The World Cup’s around the corner and you know what that means? Publications from here to Timbuktu feverishly start putting pen to paper on their features on all 32 sides. Some in depth with key insights, others with general comments and the small few with some clear clerical errors.
The Australian national team haven’t by any stretch to the imagination pulled up any trees, for the lack of a better phrase. But the coverage has been in this writer’s opinion woeful. The Guardian’s piece of the 32 teams had the timeline of the Ange Postecoglou appointment wrong and no mention of that ill-fated German he whose name must not be spoken.
The Bleacher Report’s feature of World Cup teams said Australia lack any “rising stars” or key players referencing Mile Jedinak as the main man for the Green and Gold. The same Mile Jedinak who struggled for Australia in qualification and was on the bench for when Australia eventually qualified for the big show piece. The pick seemed lazy, pick an Australian playing in the Premier League and he must be their best.
Discounting the last 18 months Robbie Kruse and Tommy Oar have had at club level or the sustained reliance on Tim Cahill and Mark Bresciano. You could maybe make a case of Tommy Rogic being a key player if Bresciano is banned for a four month period.
In the rising star department along with Oar and Kruse is former Adelaide United man Matthew Leckie who is having a breakout season. He’s been among the very best in this season’s 2.Bundesliga with a number of goals to his name.
In late September, former Socceroo and 1860 Munich footballer Paul Agostino was talking about the Adelaide United product.
“[German] media here are really opening up their eyes now about him,” Agostino said.
“They’re realising now what he’s got and I think his coach Benno Möhlmann has seen how to utilise Leckie to full effect.”
“He’s also starting to finish off goals really well and that explosive pace he’s got, well they’re loving that,” he ended.
Leckie isn’t the only rising star, Canberra’s own Tommy Rogic has had a rather meteoric rise. From unknown in terms of football’s elite until a Nike Chance competition to a full-capped Socceroo. Albeit with less than 30 professional games under his belt there’s still a rawness to Rogic but not without huge promise and slickness to his play.
In spite of the rise of Rogic, he’s been warned by Socceroos boss Ange Postecoglou to find regular first team football, as he finds himself with a limited role at Celtic which manager Neill Lennon has put down to persistent injuries.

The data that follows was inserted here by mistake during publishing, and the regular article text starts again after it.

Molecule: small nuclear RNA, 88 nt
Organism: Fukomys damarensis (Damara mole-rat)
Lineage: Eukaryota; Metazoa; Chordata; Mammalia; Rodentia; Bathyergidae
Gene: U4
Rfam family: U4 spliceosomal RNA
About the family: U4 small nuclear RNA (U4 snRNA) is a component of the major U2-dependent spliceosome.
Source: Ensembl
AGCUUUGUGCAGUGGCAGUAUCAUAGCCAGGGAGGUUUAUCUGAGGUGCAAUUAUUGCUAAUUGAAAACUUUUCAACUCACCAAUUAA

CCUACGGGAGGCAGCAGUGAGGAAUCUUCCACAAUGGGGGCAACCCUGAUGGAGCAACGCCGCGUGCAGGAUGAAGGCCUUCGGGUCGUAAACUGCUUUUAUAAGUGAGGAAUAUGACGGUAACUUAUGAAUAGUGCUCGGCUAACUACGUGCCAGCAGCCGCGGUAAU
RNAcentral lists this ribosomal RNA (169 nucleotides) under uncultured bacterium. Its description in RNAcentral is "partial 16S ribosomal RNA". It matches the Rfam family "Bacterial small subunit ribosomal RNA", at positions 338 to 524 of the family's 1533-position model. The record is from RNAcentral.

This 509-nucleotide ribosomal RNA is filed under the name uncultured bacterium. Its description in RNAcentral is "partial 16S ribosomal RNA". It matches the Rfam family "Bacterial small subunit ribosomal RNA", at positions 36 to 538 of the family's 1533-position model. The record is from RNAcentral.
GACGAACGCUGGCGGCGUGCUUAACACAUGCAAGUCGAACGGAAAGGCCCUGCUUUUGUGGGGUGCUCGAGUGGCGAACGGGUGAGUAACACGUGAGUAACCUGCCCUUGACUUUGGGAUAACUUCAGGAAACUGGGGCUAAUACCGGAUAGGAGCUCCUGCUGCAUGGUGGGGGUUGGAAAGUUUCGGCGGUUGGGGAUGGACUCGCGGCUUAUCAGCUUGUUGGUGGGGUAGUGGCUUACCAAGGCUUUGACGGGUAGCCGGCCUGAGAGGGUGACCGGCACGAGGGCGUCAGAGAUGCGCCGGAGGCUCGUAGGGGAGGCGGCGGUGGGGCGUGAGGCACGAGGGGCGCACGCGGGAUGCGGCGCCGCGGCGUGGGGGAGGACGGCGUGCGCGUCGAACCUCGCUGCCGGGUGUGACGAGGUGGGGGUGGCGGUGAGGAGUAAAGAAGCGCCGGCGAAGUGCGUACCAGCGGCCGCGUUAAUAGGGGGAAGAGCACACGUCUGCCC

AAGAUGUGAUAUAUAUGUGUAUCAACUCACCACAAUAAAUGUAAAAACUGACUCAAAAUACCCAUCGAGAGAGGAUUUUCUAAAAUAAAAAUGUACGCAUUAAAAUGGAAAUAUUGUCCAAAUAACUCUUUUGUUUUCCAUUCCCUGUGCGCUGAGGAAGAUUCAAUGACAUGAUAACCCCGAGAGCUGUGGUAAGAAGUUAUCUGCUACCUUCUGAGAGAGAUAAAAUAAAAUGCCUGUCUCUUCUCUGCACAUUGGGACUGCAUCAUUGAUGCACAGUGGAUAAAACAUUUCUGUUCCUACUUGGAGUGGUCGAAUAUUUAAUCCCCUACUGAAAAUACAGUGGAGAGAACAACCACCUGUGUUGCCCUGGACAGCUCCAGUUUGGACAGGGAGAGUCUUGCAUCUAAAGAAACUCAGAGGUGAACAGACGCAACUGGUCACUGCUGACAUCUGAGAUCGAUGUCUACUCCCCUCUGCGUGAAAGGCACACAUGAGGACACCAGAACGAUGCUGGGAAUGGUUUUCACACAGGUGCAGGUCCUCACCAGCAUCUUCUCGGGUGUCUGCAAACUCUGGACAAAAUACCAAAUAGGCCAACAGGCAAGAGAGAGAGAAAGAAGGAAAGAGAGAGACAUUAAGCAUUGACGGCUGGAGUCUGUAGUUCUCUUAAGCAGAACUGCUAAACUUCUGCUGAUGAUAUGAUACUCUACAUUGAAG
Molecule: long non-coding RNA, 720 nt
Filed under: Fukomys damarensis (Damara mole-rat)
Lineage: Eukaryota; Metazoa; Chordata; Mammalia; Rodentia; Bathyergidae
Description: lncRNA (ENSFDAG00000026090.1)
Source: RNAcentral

“If his back half of the season is like his first half, then he’s going to find it very hard to make the squad,” said Postecoglou
“He needs to be playing club football to be part of the World Cup squad.”
On the other side of the spectrum, defence is another part of the squad that has emerging talent. With the likes of Rhys Williams, Ryan McGowan and Trent Sainsbury becoming leading candidates in recent times, not to mention former Central Coast Mariners captain Alex Wilkinson who’s been impressing in the K-League Classic for Jeonbuk Motors.
An outside chance for a World Cup birth in central defence is Preston North End’s Bailey Wright. He’s had an outstanding season. Having been courted by Championship clubs like Blackburn and EPL clubs like West Bromwich Albion, it seems a matter of time until Preston’s ‘best player’ this season according to coach Simon Grayson is given an opportunity on a larger stage.
Midfield seems to be an area that relies on a series of players either staying fit and not succumbing to niggling injuries in Mark Milligan’s case and finding form again after a lengthy spell out such as Utrecht’s Adam Sarota.
Recent reports in Holland suggest Sarota’s close to returning for Utrecht but the question will be how he finds form after so long out of the game. He was playing regularly for the Dutch side prior to the injury and was equipping himself well as he received a call-up days before that ill-fated knee injury.
But the impressive performances of Jedinak in the EPL for a rather lacklustre Crystal Palace and the positive form of James Holland with Austria Wien, it makes it tough for the former Roar man.
Perhaps Australia’s not as bad as the ‘experts’ will have you believe, maybe they might just surprise a few in Rio.